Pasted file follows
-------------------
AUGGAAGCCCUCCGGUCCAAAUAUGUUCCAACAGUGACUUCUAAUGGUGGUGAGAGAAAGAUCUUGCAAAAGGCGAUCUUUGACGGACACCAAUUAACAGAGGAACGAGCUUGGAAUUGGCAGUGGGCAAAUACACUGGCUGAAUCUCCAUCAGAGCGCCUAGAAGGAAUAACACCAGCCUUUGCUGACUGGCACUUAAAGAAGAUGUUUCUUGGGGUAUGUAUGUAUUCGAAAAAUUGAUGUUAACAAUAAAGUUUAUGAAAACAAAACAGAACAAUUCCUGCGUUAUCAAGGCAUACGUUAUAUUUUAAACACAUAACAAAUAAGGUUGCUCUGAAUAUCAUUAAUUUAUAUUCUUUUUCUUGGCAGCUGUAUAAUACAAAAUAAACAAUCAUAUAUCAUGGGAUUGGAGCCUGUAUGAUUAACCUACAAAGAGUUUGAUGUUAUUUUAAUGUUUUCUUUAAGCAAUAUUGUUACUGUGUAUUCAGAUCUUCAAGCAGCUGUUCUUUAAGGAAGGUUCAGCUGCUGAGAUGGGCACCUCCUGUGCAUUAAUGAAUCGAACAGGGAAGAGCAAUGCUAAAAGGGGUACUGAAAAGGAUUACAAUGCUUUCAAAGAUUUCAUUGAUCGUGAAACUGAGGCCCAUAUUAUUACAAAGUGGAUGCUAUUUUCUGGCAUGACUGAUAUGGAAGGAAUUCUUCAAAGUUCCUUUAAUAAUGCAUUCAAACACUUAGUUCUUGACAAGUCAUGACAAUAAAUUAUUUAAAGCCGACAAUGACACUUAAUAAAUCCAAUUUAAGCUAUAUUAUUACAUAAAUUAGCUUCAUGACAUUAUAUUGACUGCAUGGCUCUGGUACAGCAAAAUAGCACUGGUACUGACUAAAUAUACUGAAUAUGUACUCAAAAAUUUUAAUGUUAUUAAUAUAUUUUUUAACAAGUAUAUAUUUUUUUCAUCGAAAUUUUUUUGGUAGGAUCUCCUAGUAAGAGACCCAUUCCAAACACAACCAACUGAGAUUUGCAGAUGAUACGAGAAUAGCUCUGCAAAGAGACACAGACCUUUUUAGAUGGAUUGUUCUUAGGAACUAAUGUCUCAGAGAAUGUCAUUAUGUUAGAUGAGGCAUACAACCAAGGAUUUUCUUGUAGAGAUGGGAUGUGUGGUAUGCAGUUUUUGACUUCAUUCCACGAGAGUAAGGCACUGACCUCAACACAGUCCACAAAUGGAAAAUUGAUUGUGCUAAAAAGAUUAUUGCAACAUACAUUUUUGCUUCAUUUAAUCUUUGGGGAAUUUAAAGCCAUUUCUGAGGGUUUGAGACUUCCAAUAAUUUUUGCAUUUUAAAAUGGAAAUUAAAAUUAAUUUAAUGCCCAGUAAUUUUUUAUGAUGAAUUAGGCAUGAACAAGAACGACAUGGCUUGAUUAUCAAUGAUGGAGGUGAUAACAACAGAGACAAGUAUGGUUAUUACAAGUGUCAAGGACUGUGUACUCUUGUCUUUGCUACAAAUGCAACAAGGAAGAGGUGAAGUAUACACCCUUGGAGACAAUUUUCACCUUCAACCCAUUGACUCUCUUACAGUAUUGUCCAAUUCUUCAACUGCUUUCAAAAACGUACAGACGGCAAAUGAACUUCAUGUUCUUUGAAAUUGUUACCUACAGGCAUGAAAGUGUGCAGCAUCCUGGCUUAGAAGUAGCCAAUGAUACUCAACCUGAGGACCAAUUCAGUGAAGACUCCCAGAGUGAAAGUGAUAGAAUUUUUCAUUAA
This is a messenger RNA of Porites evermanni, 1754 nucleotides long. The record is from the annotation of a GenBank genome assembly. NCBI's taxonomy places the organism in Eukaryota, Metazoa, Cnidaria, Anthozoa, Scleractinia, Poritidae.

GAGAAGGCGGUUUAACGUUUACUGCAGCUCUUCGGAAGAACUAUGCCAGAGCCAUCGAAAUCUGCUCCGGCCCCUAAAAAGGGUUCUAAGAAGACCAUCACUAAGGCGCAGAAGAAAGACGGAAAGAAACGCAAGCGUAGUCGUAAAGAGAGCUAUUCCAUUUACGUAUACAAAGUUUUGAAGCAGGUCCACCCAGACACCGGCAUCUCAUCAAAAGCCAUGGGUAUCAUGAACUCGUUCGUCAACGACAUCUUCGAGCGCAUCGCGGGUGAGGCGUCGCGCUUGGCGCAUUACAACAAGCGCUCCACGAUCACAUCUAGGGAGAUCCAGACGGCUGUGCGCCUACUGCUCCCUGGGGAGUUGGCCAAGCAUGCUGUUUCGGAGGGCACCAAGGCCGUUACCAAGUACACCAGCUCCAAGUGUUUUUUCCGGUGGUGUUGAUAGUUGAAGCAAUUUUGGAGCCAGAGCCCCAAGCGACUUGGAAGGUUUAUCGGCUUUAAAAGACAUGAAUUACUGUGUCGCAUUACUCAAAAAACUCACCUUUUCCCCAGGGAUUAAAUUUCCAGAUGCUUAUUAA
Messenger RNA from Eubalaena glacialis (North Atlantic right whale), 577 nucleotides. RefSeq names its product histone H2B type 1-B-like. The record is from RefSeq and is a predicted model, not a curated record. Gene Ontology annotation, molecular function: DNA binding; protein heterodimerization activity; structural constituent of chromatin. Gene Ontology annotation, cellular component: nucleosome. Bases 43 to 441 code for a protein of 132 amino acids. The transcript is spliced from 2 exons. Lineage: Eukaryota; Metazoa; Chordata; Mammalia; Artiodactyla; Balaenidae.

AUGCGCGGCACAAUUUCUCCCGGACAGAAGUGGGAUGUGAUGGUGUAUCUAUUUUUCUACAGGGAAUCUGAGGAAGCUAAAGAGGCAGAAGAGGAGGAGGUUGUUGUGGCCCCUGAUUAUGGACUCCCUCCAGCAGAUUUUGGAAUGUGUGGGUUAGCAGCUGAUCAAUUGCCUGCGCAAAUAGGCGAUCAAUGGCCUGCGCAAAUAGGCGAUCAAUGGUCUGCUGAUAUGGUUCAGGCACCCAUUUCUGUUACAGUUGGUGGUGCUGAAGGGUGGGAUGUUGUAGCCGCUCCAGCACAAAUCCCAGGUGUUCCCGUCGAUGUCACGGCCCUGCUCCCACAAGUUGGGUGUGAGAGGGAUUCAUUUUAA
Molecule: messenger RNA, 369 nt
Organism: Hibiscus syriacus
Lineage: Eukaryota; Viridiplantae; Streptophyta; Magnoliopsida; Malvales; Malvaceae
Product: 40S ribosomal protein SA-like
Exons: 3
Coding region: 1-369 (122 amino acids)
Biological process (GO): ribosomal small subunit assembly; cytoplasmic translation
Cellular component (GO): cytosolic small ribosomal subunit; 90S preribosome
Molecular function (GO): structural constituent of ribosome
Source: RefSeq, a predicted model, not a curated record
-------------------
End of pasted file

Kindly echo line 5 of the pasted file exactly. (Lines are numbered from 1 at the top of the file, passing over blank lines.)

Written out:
AUGCGCGGCACAAUUUCUCCCGGACAGAAGUGGGAUGUGAUGGUGUAUCUAUUUUUCUACAGGGAAUCUGAGGAAGCUAAAGAGGCAGAAGAGGAGGAGGUUGUUGUGGCCCCUGAUUAUGGACUCCCUCCAGCAGAUUUUGGAAUGUGUGGGUUAGCAGCUGAUCAAUUGCCUGCGCAAAUAGGCGAUCAAUGGCCUGCGCAAAUAGGCGAUCAAUGGUCUGCUGAUAUGGUUCAGGCACCCAUUUCUGUUACAGUUGGUGGUGCUGAAGGGUGGGAUGUUGUAGCCGCUCCAGCACAAAUCCCAGGUGUUCCCGUCGAUGUCACGGCCCUGCUCCCACAAGUUGGGUGUGAGAGGGAUUCAUUUUAA